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Found 3 results

  1. History: Purchased Baofeng to listen to police radio - can't as its encrypted and digital. Looked into getting HAM License, looks too hard and my family members worn't ever take the test - since I only want to converse with family members found GMRS. Paid for license and did range test with my son (he has another Baofeng) and only got half a mile. Live in Bluffton, SC with no GMRS Repeaters at all. Questions: 1) Can Ham repeaters be set up to dually support a GMRS frequency if I ask nicely? Or can they only repeat one frequency at a time? 2) What needs to happen so I can talk to my family 10 miles away? 3) If I only use my 5 watt Baofeng to chat on GMRS channels and only listen to HAM channels is that OK legally? Thanks all! I'm happy to be part of this forum! Nick WRFF874
  2. Hi Everyone, I'm relatively new to the site. I have been searching older threads and haven't seen my exact question answered so here it goes: I am hoping to set up a backup communications system so in the event of an emergency, I will be able to communicate with my parents who live about 12 miles away and my in laws who live about 16 miles away. We are all in northern Dallas area suburbs, in a highly developed, and fairly flat area. I have my technician license and GMRS. I haven't done much with either. That will change. But for now, it is what it is. A fellow CERT member programmed my BaoFeng UV5R hand held. If it weren't for that I would have zero experience w/ HAM. Thanks to his assistance I have been listening to several DFW repeaters, and jumped in on a couple of CERT nets. It looks like we have several GMRS repeaters in the area, some of which could potentially cover an area that should reach all 3 households. The Baofeng is the only radio I have at present. From what I've read on these threads, I should not be using that for GMRS bands. Good to know! My family members have zero chance of getting a technician license, otherwise our distances would not be an issue. My reading of GMRS rules indicate they could probably be covered under my license but just to make sure there are no issues, I plan to pay for each house to get their own GMRS license. I also plan to buy each house their own radio. I'm leaning toward the Midland MTX400. My hope is that with these fairly powerful radios (40 watts), and some decent antennas we will all be able to communicate in an emergency via repeaters, and hopefully via simplex. So I guess what I'm hoping to get from posting is some ideas from some of you who are much more experienced then me on the feasibility of my plan. Does anyone have any experience getting these newer midland radios to link up with repeaters? Is it complicated? Does anyone have any experience using MTX400 radios for simplex communications in a comparable environment? If so what kind of range can I expect? I don't know if I should expect 3 miles or 20. Any suggestions on an affordable off the shelf antennae that will work well but be easy to set up? 2 new licenses, 3 radios, and 3 decent antennas is a significant investment for me. Any recommendations on cheaper or more importantly better radios to meet my objective? Simplicity is the name of the game here. I am pretty new to the radio world, and my family members know even less than I do. Any ideas you could pass along would be much appreciated!!!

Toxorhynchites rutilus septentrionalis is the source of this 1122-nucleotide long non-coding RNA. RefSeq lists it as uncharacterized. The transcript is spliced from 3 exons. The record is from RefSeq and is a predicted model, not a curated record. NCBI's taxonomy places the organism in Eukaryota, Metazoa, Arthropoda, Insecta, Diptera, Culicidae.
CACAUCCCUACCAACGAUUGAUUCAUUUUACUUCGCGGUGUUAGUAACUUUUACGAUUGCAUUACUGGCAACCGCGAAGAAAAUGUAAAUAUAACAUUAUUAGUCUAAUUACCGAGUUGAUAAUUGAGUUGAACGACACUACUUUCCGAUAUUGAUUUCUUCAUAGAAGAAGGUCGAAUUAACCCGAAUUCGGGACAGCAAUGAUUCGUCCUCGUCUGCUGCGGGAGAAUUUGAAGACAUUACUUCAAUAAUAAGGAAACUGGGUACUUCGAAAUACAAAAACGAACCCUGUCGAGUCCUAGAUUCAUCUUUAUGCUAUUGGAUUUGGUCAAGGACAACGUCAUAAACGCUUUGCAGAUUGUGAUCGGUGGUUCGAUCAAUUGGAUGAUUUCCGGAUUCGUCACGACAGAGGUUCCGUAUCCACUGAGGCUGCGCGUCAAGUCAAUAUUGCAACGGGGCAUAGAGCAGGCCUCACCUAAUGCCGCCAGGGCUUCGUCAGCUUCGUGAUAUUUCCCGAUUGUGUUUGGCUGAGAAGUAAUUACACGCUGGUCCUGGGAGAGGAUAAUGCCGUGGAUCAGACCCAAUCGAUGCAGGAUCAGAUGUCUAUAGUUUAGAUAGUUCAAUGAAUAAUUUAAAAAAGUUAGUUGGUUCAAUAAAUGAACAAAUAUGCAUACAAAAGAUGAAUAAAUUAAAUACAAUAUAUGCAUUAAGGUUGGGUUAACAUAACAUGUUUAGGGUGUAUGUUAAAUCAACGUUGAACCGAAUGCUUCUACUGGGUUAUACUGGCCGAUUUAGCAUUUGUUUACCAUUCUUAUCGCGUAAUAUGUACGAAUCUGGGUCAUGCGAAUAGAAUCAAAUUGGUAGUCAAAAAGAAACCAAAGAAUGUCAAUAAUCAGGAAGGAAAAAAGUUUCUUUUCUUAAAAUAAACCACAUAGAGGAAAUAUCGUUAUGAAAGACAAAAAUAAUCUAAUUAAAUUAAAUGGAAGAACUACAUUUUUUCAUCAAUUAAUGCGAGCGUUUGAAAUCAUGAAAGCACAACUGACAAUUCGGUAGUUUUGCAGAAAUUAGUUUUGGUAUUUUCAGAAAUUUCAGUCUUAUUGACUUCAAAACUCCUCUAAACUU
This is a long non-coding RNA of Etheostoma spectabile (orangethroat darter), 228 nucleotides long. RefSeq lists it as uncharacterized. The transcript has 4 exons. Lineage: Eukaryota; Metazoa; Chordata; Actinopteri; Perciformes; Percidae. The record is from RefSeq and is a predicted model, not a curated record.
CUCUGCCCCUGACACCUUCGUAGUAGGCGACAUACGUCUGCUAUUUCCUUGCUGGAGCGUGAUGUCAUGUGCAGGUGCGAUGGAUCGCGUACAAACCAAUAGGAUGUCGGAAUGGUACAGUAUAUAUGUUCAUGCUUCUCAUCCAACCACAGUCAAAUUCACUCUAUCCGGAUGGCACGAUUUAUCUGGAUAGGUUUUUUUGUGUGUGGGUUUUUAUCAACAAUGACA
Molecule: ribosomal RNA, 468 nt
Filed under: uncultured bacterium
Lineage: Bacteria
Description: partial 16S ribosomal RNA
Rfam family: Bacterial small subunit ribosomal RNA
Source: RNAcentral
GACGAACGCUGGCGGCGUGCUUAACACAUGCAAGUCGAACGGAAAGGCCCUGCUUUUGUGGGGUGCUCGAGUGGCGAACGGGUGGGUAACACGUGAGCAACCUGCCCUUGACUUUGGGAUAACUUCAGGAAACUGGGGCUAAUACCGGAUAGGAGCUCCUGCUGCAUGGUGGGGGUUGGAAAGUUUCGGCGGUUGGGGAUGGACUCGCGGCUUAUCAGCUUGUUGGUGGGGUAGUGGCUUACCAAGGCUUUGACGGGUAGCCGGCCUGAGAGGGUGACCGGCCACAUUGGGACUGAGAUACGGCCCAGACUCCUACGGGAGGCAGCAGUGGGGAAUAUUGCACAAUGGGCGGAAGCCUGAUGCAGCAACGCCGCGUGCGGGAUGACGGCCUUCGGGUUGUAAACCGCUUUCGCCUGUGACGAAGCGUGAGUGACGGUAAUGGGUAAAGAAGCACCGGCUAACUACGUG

3. OK, central Florida checking in here, and I do mean central. We are post hurricane Irma, and all utility services are up and running. We do have a lot of debris piles on the road side. The eye of Irma essentially passed over Polk County. My friends at T-Mobile seriously disappointed us by what seemed to be a severe reduction in service quality in town prior to any winds near tropical strength starting early in the late afternoon. For several days after the storm, there was little to no signal, and 8 days later there was still poor coverage south of us. I understand antenna and tower damage... My Irma experience urged me toward handheld radio. I grabbed a license from the FCC and made a purchase. Now, I wasn't expecting miracles, and I certainly didn't expect the 50 miles advertised on the package. But, I am still disappointed. I finally caught time to test the radios this afternoon. We were on the radios' channel 20 which is 462.675 MHz (GMRS 13). We were on the highest power setting and used the boost feature. My goal was to reach a nature preserve at a distance of about 5.8 miles. The greatest distance that we could hear each other was about 1.8 miles. See the attached JPG. Again, I didn't expect 50 miles or even 10 miles. But, 1.8 miles seems extremely short to me. I seem to remember at least 10 miles on my dad's CB radio in his VW van sitting in our front yard back in the mid 70s. Am I being unrealistic to expect more from the Uniden 5095? What would be a realistic (Not Realistic - Get it? LOL) replacement that would give me 5 - 10 miles range. It would have to comply with my GMRS license, and I am willing to license up to amateur levels. Thanks in advance.
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